Consumer Perceptions of Service Quality in the Texas Retail Floral Industry

in HortScience
Authors:
Wayne A. Becker101 Funchess Hall, Alabama Agricultural Experiment Station and Department of Horticulture, Auburn University, AL 36849-5408

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Bridget K. Behe101 Funchess Hall, Alabama Agricultural Experiment Station and Department of Horticulture, Auburn University, AL 36849-5408

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James L. Johnson101 Funchess Hall, Alabama Agricultural Experiment Station and Department of Horticulture, Auburn University, AL 36849-5408

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Christine D. Townsend101 Funchess Hall, Alabama Agricultural Experiment Station and Department of Horticulture, Auburn University, AL 36849-5408

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Kerry K. Litzenberg101 Funchess Hall, Alabama Agricultural Experiment Station and Department of Horticulture, Auburn University, AL 36849-5408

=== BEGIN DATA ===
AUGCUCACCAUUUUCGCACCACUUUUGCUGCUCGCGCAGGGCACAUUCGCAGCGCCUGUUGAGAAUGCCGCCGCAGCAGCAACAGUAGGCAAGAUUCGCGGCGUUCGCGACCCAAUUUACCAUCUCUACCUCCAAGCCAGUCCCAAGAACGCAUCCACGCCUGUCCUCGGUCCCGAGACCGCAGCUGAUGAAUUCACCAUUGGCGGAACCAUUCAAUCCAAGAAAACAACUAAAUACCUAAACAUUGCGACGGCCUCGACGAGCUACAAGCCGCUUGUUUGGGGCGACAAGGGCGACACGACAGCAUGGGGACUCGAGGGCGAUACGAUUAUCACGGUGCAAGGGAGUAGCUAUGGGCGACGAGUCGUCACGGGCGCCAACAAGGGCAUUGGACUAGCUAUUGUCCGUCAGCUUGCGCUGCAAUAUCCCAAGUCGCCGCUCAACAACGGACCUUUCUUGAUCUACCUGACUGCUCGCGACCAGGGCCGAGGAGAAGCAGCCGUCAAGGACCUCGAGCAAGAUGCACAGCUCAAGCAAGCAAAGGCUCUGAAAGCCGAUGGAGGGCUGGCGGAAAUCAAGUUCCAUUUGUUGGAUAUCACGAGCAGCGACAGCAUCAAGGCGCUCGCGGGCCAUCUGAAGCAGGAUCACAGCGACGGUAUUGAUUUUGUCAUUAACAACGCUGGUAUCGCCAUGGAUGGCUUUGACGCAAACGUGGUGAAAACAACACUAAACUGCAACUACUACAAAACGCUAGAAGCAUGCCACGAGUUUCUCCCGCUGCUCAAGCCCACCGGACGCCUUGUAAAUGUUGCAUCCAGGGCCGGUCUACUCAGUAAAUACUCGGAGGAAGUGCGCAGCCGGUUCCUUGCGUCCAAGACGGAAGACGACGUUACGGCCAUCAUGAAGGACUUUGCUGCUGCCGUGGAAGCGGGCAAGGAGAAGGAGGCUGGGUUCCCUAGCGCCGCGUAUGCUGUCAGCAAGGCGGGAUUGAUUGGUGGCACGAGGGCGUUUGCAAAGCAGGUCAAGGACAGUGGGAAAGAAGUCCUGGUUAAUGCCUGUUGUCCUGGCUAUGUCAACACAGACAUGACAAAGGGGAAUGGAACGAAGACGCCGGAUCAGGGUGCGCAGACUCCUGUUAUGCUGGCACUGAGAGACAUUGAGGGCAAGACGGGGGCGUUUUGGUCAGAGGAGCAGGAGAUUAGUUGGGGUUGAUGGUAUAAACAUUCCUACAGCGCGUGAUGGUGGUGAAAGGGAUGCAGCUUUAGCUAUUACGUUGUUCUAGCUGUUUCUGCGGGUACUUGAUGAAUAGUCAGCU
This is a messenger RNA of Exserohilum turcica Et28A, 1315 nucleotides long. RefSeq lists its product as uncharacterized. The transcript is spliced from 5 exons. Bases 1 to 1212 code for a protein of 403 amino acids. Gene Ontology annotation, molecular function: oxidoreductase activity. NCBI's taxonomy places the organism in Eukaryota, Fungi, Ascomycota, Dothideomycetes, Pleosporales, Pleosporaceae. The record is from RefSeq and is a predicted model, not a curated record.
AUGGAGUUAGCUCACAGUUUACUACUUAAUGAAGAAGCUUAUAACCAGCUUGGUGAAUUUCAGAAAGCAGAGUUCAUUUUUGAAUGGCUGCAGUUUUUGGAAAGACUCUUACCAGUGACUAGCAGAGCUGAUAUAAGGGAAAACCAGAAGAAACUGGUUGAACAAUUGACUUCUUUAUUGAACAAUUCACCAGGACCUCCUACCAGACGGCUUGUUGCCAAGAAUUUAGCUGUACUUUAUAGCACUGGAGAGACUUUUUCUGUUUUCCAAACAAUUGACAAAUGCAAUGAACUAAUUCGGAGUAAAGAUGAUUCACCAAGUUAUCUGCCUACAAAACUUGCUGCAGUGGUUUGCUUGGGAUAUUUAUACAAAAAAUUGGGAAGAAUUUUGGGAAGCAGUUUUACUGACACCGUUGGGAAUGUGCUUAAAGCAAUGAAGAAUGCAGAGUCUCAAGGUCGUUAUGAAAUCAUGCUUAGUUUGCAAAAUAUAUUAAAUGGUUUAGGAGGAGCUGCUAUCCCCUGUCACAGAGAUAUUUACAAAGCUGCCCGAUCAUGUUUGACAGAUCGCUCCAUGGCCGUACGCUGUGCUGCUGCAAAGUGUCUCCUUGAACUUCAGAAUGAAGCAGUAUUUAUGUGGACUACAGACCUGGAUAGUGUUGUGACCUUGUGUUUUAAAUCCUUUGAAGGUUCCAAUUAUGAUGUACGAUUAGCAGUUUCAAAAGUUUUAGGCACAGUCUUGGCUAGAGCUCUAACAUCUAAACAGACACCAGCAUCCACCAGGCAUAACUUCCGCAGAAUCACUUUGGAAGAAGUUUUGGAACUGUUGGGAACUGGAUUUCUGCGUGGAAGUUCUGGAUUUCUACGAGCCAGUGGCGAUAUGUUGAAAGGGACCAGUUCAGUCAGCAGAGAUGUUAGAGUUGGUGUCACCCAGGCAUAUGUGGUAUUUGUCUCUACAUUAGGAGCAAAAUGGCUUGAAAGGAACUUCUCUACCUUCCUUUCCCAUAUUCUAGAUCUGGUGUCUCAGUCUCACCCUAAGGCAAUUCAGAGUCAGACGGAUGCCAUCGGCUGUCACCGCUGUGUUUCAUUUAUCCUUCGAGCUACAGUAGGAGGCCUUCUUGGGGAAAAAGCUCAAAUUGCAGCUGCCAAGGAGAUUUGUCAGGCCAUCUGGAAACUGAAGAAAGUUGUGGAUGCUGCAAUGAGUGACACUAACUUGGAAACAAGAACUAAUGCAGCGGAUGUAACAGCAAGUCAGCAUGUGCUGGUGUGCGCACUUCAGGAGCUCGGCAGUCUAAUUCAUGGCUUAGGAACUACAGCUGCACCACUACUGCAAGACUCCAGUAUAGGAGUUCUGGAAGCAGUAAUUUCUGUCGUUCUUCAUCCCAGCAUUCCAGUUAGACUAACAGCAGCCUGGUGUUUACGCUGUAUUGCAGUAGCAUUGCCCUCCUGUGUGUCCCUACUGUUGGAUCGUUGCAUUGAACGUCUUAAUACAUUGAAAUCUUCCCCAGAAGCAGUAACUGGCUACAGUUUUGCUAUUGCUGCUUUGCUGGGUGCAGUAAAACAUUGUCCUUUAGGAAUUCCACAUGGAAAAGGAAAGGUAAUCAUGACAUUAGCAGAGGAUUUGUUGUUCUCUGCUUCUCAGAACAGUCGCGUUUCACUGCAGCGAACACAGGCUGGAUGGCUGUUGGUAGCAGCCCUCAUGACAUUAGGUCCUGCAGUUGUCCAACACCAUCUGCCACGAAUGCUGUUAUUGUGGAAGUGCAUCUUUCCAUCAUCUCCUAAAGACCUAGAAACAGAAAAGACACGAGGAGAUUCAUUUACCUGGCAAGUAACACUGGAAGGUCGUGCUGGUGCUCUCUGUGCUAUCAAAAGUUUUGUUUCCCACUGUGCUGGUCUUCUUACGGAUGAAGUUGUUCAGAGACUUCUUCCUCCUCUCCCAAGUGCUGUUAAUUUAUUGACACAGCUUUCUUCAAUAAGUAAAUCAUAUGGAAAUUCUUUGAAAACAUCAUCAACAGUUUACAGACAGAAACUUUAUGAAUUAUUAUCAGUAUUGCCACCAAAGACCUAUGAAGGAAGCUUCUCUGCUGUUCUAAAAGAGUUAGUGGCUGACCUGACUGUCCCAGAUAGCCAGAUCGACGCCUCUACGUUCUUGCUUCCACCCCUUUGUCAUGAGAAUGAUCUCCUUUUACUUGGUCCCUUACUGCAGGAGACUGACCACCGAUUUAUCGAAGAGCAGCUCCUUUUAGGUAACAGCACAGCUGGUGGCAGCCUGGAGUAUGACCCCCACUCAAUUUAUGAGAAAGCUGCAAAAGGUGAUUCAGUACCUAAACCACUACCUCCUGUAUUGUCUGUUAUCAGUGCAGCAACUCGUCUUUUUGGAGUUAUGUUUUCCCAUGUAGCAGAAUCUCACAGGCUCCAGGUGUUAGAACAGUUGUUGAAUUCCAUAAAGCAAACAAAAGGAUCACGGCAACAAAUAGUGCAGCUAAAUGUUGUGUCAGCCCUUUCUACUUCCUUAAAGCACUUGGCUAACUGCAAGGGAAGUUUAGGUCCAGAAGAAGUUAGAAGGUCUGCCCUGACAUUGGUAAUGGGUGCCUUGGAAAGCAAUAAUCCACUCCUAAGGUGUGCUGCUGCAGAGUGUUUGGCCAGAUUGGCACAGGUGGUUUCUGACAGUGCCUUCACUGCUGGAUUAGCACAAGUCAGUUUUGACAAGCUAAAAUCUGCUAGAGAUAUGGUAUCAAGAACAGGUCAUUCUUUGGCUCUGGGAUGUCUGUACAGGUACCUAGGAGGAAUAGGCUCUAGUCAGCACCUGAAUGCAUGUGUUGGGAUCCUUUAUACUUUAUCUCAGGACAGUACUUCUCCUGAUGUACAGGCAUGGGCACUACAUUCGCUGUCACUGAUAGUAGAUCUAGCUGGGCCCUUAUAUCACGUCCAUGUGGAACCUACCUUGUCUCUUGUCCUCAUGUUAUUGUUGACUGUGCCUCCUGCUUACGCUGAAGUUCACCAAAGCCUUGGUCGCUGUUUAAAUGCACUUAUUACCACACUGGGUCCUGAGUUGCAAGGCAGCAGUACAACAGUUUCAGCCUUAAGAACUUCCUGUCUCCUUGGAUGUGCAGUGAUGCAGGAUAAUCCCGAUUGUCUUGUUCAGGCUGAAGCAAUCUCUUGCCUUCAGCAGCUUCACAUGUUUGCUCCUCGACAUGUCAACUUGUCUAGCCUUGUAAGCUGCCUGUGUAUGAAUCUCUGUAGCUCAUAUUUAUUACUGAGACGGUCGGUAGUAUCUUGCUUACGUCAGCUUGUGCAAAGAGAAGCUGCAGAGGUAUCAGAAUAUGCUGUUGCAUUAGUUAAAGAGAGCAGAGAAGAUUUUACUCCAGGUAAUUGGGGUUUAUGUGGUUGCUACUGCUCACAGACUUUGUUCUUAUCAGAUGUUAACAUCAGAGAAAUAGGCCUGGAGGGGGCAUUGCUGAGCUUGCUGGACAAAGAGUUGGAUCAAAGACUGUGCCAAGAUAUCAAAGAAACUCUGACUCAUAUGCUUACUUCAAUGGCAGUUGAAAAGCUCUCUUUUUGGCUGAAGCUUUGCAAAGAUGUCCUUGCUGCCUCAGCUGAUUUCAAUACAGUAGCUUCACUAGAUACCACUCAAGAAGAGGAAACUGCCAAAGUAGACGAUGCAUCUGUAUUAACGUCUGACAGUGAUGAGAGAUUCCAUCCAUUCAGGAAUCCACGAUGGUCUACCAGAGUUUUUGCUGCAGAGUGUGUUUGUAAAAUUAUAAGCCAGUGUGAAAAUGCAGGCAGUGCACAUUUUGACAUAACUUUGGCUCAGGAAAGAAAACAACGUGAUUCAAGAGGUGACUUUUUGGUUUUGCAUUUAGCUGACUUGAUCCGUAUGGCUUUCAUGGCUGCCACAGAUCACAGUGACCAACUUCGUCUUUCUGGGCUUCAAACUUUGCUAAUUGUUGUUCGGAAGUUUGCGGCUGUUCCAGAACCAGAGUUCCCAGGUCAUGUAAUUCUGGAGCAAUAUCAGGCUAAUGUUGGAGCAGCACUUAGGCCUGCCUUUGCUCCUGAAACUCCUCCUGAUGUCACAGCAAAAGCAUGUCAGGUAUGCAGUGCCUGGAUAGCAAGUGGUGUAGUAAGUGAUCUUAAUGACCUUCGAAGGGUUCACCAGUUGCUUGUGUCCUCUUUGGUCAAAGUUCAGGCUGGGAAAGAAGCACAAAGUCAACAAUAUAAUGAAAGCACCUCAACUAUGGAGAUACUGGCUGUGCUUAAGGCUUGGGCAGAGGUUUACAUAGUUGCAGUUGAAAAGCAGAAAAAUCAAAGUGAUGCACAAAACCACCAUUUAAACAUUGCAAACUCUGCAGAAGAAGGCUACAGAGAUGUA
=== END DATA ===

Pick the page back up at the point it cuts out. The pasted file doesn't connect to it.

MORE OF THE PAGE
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After a survey describing the range of products and services offered by Texas florists and supermarket floral departments, a modified SERVQUAL instrument measured customer perceptions and expectations of floral service quality. Florist customers were 3.2 years older, had a slightly higher household income, bought floral products twice as often from a florist, spent $14.53 more on each florist purchase than supermarket customers; they also made four fewer floral purchases from supermarkets during the previous 6 months. Supermarket customers spent $14.40 more on each supermarket floral purchase than did florist customers. Reliability was the most important and tangibles were the least important of the five service quality dimensions. Although expectations for both groups were similar on 18 of 22 service quality items, florists' customers perceived higher service quality than did supermarket customers. Although customers of both retail outlets had expectations higher than perceptions, florist customers had smaller, less negative gap scores. This result showed that florists better met customer expectations than did supermarket floral departments, a potential competitive advantage.

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